Yesterday's thinking, Today's Technology and Tomorrow's Problems
I think we're getting really close to a very interesting convergence of two very different forces that's going to be the catalyst for the next big thing.
Force one: Yesterday's thinking is failing to give us the ability to build solutions today that help us solve tomorrow's problems. Need proof? We still don't have a ubiquitous way to relate knowledge with machine processable annotations. Yes, I really do believe there is a relational algebra for knowledge, but I'm not seeing good methods evolving for the machine processing of that. But that's really what we need to cope with the InfoGlut.
What exactly do I mean? Let's take the simplest of business problems: assigning somebody to do a task. Building a database to track that who assigned who to do what is easy. Tracking the status of the task is always easy. Documenting what that task was needed, why it was assigned to one person and why the person that assigned to them is not. However, if you're interested in building systems that aggregate that kind of knowledge -- for whatever reason -- into something as simple as reading a document, you need processable linkage data. Theres just no simple way to build such a thing today.
Force two: XML and its related technologies are spurring creativity. Its been interesting to me to see how XML has grown from being another medium for the transmission of information (either in bulk or as messages) to a serialization of meaning. The first time this really caught my eye was when I started reading Norm Walsh's DocBook book. No, he never says that XML is the perfect format for the serialization of knowledge. It isn't. But its better, I think, than our current alternatives because of communicability and potential semantic richness. DocBook lead to readings on XSL-FO, which beget an interest in using Reporting Services as knowledge analysis tool. A few failed experiences with that taught me what seems like a really valuable lesson: The simpler you make a relation, the more relations you need to make something mesh fully in such a use case. The more relations you have, the less a human can fully process them. That's when you need a query processor and a query language.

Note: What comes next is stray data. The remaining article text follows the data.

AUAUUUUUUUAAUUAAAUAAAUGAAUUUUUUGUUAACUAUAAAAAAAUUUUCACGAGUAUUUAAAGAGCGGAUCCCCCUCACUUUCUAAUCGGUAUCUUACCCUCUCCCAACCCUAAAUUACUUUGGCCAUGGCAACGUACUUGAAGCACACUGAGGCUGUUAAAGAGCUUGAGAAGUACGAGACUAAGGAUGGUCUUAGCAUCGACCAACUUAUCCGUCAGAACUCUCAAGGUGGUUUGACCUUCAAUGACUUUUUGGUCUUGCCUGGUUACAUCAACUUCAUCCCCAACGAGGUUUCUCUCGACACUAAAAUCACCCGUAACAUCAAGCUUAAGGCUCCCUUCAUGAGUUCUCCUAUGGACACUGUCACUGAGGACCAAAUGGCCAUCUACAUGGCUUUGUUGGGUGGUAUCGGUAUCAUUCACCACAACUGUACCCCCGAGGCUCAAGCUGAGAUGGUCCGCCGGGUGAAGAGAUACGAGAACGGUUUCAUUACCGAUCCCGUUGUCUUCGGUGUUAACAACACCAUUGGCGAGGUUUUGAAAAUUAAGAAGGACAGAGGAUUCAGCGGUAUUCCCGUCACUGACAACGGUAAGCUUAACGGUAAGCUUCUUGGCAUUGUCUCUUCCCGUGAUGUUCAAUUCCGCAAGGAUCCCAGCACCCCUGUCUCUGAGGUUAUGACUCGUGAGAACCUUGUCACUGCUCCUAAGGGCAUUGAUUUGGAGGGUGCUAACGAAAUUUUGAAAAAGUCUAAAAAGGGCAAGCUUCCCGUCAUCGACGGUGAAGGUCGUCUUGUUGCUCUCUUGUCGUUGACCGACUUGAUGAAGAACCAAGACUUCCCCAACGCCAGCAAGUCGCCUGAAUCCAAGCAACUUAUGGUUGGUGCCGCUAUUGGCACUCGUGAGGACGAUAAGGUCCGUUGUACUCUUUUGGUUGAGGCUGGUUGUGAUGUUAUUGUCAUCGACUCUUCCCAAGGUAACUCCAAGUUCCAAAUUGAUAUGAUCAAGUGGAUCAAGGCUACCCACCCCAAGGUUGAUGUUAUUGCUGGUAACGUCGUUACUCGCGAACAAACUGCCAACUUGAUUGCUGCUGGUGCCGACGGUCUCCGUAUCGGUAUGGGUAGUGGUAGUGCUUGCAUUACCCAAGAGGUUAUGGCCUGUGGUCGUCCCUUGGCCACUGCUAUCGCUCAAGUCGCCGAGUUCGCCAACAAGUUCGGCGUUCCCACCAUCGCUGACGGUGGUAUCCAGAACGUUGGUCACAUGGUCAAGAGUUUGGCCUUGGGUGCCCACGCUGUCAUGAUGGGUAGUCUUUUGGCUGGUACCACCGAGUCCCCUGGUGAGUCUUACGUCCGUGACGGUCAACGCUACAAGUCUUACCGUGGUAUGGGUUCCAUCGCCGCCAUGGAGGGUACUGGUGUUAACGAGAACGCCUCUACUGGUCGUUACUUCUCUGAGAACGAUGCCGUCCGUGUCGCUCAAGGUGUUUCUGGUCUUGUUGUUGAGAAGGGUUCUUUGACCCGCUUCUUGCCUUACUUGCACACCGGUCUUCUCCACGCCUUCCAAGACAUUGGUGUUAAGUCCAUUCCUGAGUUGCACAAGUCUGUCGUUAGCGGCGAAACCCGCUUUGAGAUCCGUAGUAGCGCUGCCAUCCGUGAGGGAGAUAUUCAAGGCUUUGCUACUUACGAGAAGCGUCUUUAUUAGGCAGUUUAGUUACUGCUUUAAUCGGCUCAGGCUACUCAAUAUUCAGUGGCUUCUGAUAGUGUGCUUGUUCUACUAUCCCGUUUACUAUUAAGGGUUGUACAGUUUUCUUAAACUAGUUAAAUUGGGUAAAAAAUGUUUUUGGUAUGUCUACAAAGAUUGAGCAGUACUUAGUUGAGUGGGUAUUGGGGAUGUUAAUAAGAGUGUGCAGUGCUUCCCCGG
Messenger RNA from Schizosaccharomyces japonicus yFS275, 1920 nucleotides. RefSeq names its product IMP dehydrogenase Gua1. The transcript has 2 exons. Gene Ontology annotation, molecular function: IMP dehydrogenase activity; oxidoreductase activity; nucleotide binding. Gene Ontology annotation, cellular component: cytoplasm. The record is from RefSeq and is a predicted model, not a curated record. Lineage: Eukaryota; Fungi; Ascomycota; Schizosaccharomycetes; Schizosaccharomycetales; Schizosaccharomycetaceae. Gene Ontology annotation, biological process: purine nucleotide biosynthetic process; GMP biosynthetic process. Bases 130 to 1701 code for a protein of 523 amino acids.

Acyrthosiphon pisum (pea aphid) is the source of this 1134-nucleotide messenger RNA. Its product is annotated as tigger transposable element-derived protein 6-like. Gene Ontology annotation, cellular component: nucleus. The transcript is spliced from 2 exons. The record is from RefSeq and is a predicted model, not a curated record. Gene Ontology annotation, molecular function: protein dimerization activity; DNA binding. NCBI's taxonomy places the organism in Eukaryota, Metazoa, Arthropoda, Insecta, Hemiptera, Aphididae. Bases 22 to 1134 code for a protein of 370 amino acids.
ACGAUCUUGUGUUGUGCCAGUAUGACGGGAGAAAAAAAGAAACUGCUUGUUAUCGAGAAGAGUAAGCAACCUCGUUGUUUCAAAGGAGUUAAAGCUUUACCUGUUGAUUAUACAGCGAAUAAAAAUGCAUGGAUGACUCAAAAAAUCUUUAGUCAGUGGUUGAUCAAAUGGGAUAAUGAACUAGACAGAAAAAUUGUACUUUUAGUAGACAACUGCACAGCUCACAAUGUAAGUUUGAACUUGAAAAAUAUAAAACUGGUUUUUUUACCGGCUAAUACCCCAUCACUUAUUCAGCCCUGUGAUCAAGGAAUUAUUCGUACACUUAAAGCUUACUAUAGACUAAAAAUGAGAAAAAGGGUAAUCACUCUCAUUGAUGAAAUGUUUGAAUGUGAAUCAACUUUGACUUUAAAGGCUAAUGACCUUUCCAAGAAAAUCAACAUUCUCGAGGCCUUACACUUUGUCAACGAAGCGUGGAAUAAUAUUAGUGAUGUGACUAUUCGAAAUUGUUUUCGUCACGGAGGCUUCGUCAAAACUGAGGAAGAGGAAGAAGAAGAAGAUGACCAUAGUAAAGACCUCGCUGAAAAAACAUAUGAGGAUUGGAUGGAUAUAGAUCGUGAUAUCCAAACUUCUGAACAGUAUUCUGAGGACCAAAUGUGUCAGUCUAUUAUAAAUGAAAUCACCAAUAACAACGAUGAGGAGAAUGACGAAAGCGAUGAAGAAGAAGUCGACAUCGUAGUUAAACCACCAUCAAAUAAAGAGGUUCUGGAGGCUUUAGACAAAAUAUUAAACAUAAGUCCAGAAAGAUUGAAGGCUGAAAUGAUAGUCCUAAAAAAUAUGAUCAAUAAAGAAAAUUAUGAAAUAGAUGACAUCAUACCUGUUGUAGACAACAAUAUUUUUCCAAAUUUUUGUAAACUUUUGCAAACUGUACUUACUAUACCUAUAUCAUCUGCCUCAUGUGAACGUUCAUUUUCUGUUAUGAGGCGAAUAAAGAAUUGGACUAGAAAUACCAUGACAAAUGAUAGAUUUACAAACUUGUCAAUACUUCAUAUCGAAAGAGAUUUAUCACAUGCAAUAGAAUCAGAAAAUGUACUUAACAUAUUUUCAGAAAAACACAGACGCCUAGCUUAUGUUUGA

That's more or less the whole reason why I think XQuery is important. Its those things. Obviously, though, its not all you need. You need ontologies to translate the “fuzziness“ of human understanding into processable factors. And that's the hard thing to achieve with yesterday's thinking and today's technology. I don't know we have anything in our toolkits for making building effective ontologies possible for “Knowledge Management Morts.“
Still, I get really exciting when I see something like this article on MSDN that talks about transforming Word XML into XSL-FO as pointed out by John Durant. It give me hope that were going the right direction toward that goal.
So what happens when these two forces collide? Big things. Really big things. Need proof? Go listen to James Burke talk about the Knowledge Web.
That's the real Web, and its real future of the browser.
Feel free to discuss.